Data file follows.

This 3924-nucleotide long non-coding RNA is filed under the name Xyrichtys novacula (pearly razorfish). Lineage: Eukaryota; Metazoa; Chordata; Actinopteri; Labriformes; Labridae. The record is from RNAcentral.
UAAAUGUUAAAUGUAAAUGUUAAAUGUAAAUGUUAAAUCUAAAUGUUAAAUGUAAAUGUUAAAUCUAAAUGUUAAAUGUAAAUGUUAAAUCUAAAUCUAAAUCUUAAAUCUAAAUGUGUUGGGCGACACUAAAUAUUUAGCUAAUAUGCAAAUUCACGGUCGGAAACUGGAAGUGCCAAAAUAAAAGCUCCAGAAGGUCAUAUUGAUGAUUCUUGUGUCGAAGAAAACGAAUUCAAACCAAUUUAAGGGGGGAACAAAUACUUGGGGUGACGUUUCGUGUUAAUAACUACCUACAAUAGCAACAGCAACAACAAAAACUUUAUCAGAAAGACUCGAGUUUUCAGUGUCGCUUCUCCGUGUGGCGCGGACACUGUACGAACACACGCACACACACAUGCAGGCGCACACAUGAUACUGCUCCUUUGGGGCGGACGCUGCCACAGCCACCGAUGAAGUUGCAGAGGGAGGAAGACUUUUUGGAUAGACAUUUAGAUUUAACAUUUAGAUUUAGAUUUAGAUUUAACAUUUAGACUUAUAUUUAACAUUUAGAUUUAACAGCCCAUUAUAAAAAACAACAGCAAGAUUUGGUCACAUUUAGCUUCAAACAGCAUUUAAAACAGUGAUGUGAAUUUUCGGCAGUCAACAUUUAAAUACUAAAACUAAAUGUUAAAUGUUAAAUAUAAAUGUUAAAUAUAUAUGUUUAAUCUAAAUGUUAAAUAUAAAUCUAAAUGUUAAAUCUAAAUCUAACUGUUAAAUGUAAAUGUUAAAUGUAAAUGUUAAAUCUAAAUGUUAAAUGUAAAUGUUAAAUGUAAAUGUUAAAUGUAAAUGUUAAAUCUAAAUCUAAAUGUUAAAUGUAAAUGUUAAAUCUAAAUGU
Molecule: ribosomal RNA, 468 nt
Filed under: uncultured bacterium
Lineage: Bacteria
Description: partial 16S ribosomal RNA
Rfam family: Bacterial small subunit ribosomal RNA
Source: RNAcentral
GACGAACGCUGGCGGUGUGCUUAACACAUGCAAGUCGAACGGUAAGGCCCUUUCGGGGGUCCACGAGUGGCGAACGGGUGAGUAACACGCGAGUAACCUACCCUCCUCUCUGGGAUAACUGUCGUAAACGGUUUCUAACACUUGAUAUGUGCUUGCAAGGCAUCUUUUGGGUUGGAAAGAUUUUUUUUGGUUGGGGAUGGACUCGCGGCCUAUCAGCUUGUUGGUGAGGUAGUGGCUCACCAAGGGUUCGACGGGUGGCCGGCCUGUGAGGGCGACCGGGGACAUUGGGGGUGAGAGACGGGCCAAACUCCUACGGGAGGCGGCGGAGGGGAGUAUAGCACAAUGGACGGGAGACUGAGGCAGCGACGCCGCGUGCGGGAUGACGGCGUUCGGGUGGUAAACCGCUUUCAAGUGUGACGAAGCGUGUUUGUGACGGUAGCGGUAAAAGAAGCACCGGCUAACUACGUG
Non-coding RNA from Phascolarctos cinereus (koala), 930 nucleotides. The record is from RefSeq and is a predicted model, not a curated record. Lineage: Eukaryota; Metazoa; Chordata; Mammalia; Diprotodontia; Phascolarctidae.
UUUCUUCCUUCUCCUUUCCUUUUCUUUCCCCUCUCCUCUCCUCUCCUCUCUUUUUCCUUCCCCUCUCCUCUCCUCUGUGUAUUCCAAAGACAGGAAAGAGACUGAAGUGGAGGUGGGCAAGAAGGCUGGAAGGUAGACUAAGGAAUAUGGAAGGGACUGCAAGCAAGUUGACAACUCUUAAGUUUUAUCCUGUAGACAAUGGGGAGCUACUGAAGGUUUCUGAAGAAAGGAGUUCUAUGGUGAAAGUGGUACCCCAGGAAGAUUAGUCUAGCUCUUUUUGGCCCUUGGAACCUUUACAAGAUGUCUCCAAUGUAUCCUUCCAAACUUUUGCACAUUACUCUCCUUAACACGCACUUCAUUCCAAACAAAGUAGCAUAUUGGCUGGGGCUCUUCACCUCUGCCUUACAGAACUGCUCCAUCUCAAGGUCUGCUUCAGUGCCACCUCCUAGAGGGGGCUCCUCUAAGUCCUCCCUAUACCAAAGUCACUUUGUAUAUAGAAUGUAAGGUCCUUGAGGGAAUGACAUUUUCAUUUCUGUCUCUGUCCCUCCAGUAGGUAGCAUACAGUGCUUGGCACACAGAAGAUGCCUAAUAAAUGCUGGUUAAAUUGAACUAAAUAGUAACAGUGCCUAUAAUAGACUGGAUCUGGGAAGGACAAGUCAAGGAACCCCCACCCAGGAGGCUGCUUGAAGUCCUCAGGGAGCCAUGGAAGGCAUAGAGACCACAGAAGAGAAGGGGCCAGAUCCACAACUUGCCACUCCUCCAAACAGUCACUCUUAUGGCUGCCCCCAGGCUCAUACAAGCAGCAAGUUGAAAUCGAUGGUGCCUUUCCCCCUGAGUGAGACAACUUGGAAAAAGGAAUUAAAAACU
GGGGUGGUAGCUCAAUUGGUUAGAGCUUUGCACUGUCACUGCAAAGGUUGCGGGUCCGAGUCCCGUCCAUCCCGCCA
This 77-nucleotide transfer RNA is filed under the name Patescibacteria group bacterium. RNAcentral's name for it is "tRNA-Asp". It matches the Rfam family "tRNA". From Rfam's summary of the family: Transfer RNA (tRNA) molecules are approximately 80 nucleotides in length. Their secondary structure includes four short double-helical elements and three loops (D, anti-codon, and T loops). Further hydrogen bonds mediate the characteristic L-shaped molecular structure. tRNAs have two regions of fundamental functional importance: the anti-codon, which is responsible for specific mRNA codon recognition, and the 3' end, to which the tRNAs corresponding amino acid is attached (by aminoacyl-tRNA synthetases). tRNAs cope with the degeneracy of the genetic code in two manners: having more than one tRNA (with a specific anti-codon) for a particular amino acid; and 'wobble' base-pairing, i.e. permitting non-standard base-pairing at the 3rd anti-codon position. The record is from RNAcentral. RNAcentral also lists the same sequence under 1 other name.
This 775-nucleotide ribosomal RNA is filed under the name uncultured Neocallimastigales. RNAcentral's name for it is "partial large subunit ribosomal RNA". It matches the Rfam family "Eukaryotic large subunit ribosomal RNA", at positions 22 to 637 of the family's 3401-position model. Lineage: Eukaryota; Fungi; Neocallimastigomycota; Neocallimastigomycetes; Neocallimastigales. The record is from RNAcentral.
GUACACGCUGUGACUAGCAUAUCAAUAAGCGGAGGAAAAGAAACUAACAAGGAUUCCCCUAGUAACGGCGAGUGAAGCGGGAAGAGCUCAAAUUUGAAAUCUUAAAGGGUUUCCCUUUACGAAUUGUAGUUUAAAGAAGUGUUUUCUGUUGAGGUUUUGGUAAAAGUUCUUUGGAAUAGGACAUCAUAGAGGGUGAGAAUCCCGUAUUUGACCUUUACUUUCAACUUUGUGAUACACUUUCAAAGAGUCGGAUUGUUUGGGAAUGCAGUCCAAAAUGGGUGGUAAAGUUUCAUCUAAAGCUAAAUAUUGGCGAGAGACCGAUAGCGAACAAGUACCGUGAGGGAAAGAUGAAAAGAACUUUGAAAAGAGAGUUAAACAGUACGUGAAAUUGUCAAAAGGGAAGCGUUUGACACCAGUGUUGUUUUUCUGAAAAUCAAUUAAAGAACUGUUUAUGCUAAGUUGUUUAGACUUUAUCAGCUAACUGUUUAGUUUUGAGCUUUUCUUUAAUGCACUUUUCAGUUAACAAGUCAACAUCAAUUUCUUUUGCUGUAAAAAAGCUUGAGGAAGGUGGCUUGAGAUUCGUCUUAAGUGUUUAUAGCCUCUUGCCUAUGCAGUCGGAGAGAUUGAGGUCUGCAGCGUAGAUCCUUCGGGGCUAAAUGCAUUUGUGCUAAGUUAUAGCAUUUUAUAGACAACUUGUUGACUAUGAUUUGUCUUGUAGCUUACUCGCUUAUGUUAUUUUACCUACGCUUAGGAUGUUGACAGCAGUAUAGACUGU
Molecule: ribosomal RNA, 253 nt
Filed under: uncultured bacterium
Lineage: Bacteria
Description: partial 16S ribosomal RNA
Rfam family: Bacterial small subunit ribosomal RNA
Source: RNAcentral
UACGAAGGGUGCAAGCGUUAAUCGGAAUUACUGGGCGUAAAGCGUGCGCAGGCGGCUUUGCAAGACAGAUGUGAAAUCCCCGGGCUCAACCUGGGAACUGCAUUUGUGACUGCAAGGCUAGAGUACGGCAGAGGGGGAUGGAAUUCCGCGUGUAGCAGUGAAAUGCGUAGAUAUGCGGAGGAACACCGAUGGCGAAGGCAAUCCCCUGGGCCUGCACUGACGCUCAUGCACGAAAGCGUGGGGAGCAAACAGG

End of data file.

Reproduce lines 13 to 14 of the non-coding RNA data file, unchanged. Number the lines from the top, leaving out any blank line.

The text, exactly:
This 77-nucleotide transfer RNA is filed under the name Patescibacteria group bacterium. RNAcentral's name for it is "tRNA-Asp". It matches the Rfam family "tRNA". From Rfam's summary of the family: Transfer RNA (tRNA) molecules are approximately 80 nucleotides in length. Their secondary structure includes four short double-helical elements and three loops (D, anti-codon, and T loops). Further hydrogen bonds mediate the characteristic L-shaped molecular structure. tRNAs have two regions of fundamental functional importance: the anti-codon, which is responsible for specific mRNA codon recognition, and the 3' end, to which the tRNAs corresponding amino acid is attached (by aminoacyl-tRNA synthetases). tRNAs cope with the degeneracy of the genetic code in two manners: having more than one tRNA (with a specific anti-codon) for a particular amino acid; and 'wobble' base-pairing, i.e. permitting non-standard base-pairing at the 3rd anti-codon position. The record is from RNAcentral. RNAcentral also lists the same sequence under 1 other name.
This 775-nucleotide ribosomal RNA is filed under the name uncultured Neocallimastigales. RNAcentral's name for it is "partial large subunit ribosomal RNA". It matches the Rfam family "Eukaryotic large subunit ribosomal RNA", at positions 22 to 637 of the family's 3401-position model. Lineage: Eukaryota; Fungi; Neocallimastigomycota; Neocallimastigomycetes; Neocallimastigales. The record is from RNAcentral.